The Loss Of The Royal George



On the 29th of August, 1782, it was found necessary that the Royal

George, a line-of-battle ship of 108 guns, which had lately arrived at

Spithead from a cruise, should, previously to her going again to sea,

undergo the operation which seamen technically call a Parliament heel.

In such cases the ship is inclined in a certain degree on one side,

while the defects below the water-mark on the other side are examined

and repaired. This mode of proceeding is, we believe at the present

day, very commonly adopted where the defects to be repaired are not

extensive, or where (as was the case with the Royal George) it is

desirable to avoid the delay of going into dock. The operation is

usually performed in still weather and smooth water, and is attended

with so little difficulty and danger, that the officers and crew

usually remain on board, and neither the guns nor stores are removed.



The business was commenced on the Royal George early in the morning, a

gang of men from the Portsmouth Dock-yard coming on board to assist

the ship's carpenters. It is said that, finding it necessary to strip

off more of the sheathing than had been intended, the men in their

eagerness to reach the defect in the ship's bottom, were induced to

heel her too much, when a sudden squall of wind threw her wholly on

her side; and the gun-ports being open, and the cannon rolling over to

the depressed side, the ship was unable to right herself,

instantaneously filled with water, and went to the bottom.



The fatal accident happened about ten o'clock in the morning. Admiral

Kempenfeldt was writing in his cabin, and the greater part of the

people were between decks. The ship, as is usually the case upon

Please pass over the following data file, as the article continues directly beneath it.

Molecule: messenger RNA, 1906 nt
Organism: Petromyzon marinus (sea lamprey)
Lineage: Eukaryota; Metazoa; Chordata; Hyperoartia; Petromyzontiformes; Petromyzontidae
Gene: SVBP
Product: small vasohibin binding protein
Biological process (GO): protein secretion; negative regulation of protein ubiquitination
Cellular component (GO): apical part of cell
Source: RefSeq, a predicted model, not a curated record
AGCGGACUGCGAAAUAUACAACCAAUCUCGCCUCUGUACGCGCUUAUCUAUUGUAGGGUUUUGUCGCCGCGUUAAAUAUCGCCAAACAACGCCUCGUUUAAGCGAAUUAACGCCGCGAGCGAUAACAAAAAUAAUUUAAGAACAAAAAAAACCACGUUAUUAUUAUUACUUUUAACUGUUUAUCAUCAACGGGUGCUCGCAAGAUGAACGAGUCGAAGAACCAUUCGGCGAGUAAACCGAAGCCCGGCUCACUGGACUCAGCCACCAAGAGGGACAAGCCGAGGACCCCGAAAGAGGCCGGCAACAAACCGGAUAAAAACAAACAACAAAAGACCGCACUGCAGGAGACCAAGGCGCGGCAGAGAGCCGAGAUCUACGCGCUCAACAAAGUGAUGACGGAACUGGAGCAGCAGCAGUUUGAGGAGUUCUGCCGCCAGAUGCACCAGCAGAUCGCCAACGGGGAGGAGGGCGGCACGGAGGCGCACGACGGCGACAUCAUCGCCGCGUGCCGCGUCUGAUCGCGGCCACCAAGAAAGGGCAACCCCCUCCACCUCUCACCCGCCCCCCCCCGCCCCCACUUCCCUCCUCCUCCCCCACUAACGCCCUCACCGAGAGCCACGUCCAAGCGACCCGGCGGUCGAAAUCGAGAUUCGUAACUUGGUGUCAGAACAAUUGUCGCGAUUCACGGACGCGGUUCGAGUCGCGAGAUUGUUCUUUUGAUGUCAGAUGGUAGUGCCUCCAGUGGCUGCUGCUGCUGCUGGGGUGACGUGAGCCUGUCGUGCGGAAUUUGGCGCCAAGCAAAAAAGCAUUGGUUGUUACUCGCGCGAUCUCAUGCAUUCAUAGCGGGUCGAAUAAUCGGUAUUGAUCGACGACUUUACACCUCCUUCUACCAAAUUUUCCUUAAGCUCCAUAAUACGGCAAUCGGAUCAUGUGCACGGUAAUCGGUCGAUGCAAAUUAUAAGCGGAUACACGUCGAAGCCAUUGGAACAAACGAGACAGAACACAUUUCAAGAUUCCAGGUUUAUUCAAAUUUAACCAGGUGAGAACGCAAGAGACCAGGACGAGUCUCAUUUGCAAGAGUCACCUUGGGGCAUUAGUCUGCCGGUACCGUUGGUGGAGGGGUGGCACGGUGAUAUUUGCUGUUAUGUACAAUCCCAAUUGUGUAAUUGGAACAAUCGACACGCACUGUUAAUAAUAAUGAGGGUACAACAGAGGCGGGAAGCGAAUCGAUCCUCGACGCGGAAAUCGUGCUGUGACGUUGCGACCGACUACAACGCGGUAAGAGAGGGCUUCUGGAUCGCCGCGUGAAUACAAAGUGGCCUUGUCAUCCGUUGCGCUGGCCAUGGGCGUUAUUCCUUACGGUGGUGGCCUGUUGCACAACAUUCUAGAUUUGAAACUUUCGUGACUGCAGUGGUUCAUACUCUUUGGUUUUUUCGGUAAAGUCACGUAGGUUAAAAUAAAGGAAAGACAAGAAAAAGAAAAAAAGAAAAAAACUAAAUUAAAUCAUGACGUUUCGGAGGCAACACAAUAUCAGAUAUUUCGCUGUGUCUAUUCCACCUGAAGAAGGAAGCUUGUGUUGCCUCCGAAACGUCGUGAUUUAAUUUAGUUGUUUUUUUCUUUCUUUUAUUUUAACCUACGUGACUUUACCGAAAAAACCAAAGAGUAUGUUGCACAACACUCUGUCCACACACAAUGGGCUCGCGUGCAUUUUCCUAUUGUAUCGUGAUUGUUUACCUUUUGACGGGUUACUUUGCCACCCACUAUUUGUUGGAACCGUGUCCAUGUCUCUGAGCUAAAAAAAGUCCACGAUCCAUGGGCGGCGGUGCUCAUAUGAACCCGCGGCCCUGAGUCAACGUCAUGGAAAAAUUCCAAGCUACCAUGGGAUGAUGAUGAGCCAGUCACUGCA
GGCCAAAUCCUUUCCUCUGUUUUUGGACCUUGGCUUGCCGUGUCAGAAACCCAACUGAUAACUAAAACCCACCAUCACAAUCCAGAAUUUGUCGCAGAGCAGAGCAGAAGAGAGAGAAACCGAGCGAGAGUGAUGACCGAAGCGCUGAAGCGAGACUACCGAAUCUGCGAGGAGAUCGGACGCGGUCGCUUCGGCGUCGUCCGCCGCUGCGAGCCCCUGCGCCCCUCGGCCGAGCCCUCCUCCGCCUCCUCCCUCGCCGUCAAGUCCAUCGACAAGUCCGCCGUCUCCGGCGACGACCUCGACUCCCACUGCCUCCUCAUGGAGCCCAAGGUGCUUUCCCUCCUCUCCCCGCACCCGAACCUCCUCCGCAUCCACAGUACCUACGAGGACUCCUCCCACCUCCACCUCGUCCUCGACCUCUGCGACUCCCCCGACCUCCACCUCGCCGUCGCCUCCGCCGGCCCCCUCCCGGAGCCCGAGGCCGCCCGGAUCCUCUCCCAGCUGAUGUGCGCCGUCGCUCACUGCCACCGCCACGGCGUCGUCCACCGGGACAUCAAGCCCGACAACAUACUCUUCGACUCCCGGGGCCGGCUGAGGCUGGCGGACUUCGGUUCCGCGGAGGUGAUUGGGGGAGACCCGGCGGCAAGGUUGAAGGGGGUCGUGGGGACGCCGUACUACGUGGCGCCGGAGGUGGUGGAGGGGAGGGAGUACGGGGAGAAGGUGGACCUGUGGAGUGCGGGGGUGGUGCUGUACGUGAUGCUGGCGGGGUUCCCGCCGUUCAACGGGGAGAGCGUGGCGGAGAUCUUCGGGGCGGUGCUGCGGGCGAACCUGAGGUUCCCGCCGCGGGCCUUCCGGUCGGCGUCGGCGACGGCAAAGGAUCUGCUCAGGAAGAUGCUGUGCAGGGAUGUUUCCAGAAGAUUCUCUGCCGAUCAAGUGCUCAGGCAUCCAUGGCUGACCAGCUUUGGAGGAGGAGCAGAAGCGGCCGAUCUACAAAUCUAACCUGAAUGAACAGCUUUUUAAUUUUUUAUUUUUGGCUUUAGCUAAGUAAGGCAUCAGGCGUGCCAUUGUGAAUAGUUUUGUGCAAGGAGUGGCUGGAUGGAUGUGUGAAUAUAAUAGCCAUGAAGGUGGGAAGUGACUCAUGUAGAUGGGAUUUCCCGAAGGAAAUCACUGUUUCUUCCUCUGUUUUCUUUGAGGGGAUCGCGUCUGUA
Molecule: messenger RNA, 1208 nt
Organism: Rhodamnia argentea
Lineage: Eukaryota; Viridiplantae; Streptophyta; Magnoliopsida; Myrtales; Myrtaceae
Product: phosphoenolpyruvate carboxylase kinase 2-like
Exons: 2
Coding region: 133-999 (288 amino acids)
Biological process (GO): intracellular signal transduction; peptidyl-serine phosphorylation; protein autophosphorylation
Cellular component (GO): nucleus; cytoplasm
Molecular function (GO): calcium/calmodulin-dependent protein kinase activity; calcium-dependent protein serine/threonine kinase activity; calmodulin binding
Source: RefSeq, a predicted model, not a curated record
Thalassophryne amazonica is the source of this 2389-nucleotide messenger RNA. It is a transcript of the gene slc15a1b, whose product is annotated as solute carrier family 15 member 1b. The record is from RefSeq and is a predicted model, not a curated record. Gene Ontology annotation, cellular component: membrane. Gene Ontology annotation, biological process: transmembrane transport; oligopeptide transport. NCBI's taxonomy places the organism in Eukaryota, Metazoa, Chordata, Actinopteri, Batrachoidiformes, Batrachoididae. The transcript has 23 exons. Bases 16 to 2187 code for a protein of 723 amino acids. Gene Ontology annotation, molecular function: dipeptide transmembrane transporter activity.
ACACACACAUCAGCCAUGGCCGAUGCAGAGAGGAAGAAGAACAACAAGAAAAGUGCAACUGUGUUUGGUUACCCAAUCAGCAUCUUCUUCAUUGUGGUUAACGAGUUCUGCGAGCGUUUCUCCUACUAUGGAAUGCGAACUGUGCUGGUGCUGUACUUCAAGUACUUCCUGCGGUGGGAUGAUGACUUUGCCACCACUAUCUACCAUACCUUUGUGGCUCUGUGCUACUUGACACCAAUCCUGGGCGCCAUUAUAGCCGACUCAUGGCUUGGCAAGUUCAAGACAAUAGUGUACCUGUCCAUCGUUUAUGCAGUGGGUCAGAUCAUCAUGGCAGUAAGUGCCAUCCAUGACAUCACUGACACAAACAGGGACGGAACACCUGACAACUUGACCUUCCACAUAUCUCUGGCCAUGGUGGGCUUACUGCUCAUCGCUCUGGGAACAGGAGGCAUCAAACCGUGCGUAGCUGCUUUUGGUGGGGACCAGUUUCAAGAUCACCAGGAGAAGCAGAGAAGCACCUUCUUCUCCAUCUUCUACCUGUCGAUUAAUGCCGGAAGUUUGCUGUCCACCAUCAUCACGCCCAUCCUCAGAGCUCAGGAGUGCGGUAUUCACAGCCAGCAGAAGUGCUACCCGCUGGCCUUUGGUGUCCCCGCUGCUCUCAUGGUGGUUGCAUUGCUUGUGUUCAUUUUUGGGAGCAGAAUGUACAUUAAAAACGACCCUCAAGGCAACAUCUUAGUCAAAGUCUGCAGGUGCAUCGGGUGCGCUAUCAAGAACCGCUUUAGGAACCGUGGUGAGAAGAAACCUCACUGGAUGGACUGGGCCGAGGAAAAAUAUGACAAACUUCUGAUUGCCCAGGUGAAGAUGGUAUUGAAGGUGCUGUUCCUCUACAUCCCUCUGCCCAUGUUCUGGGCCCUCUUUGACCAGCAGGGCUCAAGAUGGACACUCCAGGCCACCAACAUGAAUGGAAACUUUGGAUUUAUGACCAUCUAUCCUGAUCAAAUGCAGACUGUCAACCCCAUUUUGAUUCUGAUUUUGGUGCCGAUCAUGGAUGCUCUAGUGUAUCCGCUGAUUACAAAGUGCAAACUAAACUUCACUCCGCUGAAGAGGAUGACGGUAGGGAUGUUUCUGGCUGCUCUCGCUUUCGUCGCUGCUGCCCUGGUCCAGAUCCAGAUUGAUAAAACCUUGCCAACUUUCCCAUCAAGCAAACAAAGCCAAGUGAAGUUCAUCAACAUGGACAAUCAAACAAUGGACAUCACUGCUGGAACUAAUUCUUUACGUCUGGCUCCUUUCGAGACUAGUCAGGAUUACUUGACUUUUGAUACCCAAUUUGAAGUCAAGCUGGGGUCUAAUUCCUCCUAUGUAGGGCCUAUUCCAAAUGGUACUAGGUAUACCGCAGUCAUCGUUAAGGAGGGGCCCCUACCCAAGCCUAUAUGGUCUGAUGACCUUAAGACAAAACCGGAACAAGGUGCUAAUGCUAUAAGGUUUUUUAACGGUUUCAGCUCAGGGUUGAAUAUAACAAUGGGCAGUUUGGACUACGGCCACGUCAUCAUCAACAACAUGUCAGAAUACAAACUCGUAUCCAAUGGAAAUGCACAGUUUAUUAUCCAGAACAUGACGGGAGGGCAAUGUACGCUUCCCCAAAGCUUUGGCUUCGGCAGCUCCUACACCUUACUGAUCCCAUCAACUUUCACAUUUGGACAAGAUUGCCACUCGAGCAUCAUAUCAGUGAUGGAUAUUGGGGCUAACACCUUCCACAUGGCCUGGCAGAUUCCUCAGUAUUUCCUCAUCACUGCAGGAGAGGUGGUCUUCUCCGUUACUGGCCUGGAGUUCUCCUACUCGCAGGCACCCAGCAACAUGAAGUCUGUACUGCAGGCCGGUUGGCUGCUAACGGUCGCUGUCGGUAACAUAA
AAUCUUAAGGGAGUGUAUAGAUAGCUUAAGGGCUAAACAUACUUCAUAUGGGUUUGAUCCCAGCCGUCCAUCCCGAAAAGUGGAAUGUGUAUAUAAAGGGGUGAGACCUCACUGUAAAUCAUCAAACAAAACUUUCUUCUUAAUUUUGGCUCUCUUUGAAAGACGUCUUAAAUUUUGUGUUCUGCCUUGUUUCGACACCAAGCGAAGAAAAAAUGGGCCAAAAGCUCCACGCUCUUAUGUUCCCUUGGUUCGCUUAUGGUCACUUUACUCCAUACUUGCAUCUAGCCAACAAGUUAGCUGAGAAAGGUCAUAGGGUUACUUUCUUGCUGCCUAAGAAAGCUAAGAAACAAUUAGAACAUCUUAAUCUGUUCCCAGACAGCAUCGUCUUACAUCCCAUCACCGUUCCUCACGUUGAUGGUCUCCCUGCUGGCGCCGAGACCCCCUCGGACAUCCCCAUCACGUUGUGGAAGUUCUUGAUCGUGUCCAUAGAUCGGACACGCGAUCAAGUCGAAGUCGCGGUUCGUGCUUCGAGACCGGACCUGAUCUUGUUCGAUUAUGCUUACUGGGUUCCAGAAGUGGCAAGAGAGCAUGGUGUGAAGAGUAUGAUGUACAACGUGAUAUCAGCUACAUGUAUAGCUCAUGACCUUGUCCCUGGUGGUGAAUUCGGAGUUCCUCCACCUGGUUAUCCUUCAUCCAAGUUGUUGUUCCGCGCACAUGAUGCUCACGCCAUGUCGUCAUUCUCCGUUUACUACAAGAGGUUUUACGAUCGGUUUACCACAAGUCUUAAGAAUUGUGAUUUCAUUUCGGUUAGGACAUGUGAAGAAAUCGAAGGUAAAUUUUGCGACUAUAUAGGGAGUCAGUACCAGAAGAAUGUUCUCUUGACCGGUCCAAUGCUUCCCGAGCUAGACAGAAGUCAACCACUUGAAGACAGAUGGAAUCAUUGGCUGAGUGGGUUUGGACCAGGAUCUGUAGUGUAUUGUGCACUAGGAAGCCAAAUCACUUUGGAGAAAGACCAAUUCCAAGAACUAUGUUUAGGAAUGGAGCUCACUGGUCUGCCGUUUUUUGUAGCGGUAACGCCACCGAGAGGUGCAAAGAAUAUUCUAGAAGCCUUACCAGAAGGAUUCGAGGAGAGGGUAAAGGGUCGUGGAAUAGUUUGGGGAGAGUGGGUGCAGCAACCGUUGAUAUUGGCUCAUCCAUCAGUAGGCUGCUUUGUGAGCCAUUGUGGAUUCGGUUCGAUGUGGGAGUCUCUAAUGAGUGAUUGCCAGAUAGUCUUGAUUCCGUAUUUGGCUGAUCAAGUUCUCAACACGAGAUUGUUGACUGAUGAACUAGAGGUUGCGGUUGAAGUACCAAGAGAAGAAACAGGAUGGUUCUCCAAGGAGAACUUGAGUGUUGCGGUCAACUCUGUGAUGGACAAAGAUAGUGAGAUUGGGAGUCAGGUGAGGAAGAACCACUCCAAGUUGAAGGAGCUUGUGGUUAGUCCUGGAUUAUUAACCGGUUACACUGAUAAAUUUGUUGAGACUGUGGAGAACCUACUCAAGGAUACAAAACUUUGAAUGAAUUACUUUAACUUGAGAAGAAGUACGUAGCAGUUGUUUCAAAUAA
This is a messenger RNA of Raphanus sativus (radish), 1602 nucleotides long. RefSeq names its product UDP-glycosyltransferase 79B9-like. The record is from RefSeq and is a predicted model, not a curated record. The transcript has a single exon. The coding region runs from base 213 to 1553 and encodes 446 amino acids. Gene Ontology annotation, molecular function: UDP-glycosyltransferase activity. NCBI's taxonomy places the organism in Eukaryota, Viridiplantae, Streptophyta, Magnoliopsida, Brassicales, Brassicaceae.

coming into port, was crowded with people from the shore, particularly

women, of whom it is supposed there were not less than three hundred

on board. Amongst the sufferers were many of the wives and children of

the petty officers and seamen, who, knowing the ship was shortly to

sail on a distant and perilous service, eagerly embraced the

opportunity of visiting their husbands and fathers.



The Admiral, with many brave officers and most of those who were

between decks, perished; the greater number of the guard, and those

who happened to be on the upper deck, were saved by the boats of the

fleet. About seventy others were likewise saved. The exact number of

persons on board at the time could not be ascertained; but it was

calculated that from 800 to 1000 were lost. Captain Waghorn whose

gallantry in the North Sea Battle, under Admiral Parker, had procured

him the command of this ship, was saved, though he was severely

bruised and battered; but his son, a lieutenant in the Royal George,

perished. Such was the force of the whirlpool, occasioned by the

sudden plunge of so vast a body in the water, that a victualler which

lay alongside the Royal George was swamped; and several small craft,

at a considerable distance, were in imminent danger.



Admiral Kempenfeldt, who was nearly 70 years of age, was peculiarly

and universally lamented. In point of general science and judgment, he

was one of the first naval officers of his time; and, particularly in

the art of manoeuvring a fleet, he was considered by the commanders of

that day as unrivalled. His excellent qualities, as a man, are said to

have equalled his professional merits.



This melancholy occurrence has been recorded by the poet Cowper, in

the following beautiful lines:--



Toll for the brave!

The brave, that are no more:

All sunk beneath the wave,

Fast by their native shore.



Eight hundred of the brave,

Whose courage well was tried,

Had made the vessel heel,

And laid her on her side.



A land-breeze shook the shrouds,

And she was overset;

Down went the Royal George,

With all her crew complete.



Toll for the brave!

Brave Kempenfeldt is gone;

His last sea-fight is fought;

His work of glory done.



It was not in the battle;

No tempest gave the shock,

She sprang no fatal leak;

She ran upon no rock.



His sword was in its sheath;

His fingers held the pen,

When Kempenfeldt went down,

With twice four hundred men.



Weigh the vessel up,

Once dreaded by our foes!

And mingle with our cup

The tear that England owes.



Her timbers yet are sound,

And she may float again,

Full charg'd with England's thunder

And plough the distant main.



But Kempenfeldt is gone,

His victories are o'er;

And he, and his eight hundred,

Shall plough the wave no more.





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